A U.S. Justice Department report said Thursday that Albuquerque police "too frequently" use excessive force against people who pose a minimal threat, and that officers who do so are in breach of the Constitution.
The report comes after the New Mexican capital’s police last month fatally shot James Boyd, a 38-year-old homeless man armed with a knife.
Boyd's death — captured on video and widely circulated on the Internet — was the Albuquerque Police Department's second fatal shooting in two weeks. It prompted a demonstration by hundreds of people who blocked traffic in the city on March 30. The same day, hacktivist group Anonymous took down the APD's website for hours.
The incidents brought the department under a wave of scrutiny, but the Justice Department investigation was launched in November 2012, when its Civil Rights Division and New Mexico federal Attorney's Office began a probe of officer-involved shootings that resulted in fatalities between 2009 and 2012.
The department found that APD officers "too frequently" fatally injure people posing a minimal threat, said Jocelyn Samuels, the acting assistant attorney general for the Civil Rights Division.
In a phone conference with reporters, Samuels also said the APD reportedly uses "less lethal force" on those "who are passively resisting, non-threatening, observably unable to comply with orders or pose only a minimal threat to officers."
The department further reported that APD officers "too frequently" use force against the mentally ill and people in crisis.
For example, the department's report showed that one officer in 2010 used a Taser on a 75-year-old man who used a cane to walk. Also in 2010, an officer fired a Taser at a man who had been in a car accident and was convulsing in his car. The officer reportedly determined the man had been "non-compliant."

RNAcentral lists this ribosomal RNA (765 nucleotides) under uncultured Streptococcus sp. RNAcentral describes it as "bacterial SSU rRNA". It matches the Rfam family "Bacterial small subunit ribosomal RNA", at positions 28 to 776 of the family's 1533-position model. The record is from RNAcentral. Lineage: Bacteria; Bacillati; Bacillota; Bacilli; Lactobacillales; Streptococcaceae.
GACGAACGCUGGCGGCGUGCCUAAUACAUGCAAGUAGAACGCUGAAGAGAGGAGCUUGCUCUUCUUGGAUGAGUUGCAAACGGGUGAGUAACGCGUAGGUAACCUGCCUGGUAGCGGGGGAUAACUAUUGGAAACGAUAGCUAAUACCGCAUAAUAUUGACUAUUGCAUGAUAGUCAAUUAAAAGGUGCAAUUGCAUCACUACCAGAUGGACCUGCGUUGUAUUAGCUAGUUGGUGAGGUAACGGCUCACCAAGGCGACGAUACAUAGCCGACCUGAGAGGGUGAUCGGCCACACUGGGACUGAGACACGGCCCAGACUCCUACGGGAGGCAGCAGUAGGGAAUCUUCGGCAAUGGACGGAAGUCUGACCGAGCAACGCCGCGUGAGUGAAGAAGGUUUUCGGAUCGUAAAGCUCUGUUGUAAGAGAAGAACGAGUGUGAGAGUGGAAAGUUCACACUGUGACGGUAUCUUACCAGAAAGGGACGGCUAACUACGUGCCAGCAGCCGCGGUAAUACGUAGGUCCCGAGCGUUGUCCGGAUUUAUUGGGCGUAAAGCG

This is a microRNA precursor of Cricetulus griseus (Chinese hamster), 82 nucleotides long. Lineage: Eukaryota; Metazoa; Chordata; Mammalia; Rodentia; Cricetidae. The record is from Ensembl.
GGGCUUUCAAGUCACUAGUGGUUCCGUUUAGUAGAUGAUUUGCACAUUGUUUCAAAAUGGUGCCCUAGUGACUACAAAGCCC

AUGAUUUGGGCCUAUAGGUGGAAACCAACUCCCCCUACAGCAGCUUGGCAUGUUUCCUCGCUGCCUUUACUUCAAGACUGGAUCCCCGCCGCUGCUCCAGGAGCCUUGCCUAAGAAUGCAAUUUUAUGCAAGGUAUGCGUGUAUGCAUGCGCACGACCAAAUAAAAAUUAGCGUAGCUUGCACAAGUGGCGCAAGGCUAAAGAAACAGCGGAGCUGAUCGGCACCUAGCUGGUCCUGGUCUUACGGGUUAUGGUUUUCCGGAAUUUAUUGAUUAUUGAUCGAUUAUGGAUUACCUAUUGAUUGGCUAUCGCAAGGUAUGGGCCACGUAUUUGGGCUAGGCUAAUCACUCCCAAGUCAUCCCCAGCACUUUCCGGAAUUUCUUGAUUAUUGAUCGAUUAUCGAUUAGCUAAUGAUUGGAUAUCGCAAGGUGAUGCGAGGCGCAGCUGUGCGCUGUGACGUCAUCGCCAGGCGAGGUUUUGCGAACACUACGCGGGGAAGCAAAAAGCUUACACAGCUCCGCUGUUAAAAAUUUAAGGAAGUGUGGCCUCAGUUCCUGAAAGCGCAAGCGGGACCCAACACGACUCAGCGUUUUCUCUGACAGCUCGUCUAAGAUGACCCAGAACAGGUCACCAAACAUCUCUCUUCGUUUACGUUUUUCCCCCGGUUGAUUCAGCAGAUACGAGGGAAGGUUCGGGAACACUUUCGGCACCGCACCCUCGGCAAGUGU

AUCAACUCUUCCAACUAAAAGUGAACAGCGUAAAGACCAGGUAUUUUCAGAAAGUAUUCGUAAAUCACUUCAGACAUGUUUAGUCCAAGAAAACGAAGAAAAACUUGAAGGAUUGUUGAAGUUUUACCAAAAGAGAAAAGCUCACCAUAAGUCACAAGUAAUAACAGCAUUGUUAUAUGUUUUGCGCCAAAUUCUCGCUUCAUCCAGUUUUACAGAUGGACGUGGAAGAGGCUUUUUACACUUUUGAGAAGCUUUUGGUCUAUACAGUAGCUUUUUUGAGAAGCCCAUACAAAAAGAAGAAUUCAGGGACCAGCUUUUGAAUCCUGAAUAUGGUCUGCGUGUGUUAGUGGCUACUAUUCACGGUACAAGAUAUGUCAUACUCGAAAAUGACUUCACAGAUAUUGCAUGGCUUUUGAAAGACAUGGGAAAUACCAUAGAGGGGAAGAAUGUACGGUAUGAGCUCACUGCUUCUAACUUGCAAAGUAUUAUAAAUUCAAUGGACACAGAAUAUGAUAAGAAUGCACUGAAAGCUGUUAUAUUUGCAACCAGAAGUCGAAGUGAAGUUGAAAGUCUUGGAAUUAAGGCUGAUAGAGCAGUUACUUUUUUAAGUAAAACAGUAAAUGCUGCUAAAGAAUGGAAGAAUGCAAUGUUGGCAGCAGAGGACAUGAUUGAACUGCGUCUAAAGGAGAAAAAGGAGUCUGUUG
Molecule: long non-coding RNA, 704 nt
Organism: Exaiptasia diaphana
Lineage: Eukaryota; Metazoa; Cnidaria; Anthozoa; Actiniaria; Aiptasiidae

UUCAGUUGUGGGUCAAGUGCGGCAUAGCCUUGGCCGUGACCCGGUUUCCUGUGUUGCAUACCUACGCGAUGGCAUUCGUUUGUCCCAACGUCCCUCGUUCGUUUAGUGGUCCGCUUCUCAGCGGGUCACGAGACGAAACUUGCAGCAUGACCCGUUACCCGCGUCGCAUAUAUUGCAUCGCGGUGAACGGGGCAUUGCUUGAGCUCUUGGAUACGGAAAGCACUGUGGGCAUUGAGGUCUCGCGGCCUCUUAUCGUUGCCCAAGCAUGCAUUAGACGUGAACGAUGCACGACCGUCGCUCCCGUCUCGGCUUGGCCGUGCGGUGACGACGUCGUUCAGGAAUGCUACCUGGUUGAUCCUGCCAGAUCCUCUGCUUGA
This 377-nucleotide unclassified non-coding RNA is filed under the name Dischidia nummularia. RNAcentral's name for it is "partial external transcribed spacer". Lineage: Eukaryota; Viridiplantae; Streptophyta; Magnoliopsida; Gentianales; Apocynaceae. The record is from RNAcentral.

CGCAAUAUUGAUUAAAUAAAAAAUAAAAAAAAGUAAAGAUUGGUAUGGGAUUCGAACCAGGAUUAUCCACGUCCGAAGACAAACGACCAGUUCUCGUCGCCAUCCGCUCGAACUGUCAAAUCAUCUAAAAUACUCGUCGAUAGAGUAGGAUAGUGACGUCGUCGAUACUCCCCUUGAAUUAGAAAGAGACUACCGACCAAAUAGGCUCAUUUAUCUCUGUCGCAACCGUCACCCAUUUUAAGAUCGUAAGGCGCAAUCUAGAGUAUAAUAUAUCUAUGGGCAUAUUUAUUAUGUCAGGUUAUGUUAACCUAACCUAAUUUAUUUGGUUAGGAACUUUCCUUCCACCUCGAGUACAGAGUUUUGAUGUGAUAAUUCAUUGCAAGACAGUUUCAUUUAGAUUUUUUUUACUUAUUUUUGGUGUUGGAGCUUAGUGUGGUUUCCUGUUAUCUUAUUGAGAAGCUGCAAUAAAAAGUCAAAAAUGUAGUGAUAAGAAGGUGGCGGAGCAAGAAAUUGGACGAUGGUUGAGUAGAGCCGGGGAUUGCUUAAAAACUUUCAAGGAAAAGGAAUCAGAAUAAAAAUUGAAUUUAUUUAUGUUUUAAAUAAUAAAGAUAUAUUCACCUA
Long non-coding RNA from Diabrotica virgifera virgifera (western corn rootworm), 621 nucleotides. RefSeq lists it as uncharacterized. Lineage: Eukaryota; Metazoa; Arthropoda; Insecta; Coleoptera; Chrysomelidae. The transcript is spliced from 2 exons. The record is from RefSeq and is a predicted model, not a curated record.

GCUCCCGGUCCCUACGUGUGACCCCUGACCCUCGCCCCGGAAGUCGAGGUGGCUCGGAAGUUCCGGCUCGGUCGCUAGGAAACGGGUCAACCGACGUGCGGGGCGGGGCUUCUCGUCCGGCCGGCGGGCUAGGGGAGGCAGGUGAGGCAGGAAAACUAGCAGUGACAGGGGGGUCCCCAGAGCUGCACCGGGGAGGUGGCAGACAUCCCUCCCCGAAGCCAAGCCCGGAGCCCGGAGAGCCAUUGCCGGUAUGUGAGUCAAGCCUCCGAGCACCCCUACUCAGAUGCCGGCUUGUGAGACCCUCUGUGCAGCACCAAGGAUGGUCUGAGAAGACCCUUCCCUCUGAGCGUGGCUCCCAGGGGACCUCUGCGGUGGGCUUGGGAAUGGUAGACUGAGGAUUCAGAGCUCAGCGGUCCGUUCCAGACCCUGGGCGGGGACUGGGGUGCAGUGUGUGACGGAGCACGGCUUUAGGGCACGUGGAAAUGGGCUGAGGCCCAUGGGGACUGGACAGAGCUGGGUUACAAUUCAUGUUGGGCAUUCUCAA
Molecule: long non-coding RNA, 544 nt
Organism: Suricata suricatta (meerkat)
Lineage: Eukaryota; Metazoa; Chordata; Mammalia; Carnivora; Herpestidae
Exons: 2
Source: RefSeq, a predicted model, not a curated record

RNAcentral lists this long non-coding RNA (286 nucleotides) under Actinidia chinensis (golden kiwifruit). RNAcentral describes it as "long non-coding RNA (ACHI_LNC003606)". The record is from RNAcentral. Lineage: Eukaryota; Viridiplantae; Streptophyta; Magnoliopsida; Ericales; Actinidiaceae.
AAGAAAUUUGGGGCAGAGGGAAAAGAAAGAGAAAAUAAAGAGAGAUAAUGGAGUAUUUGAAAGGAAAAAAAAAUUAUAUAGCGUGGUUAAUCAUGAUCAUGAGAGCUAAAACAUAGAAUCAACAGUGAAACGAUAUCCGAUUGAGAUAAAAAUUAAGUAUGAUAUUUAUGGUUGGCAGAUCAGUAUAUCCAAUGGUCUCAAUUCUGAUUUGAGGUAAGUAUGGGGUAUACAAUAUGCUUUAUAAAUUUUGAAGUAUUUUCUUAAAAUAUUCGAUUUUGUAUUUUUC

“We are very concerned by the results of our investigation and look forward to working with the City of Albuquerque to develop a set of robust and durable reforms,” Samuels said.
In response to the report, the department said it was taking several broad remedial steps including more training and measures to ensure accountability and transparency to the community.
“Today’s groundbreaking announcement marks a critical milestone in addressing problems that have plagued our community and the Albuquerque Police Department for years,” said Damon Martinez, Acting U.S. Attorney for the District of New Mexico.
Albuquerque Mayor Richard Berry told reporters on Thursday that he agrees the report is a milestone, and that he is prepared to face the challenges ahead to improve his city's law enforcement, however long it may take.
"As difficult as the findings are, and we recognize that they are difficult,” Berry said. “The good news is that this is an achievable goal."
APD officers have been involved in 37 shootings, 23 of them fatal, since 2010. There is no national record of how many times police departments throughout the United States use deadly force, but according to Micah McCoy with the American Civil Liberties Union of New Mexico, Albuquerque’s rate of deadly force rivals that of New York City. New York City is 15 times larger by population than Albuquerque.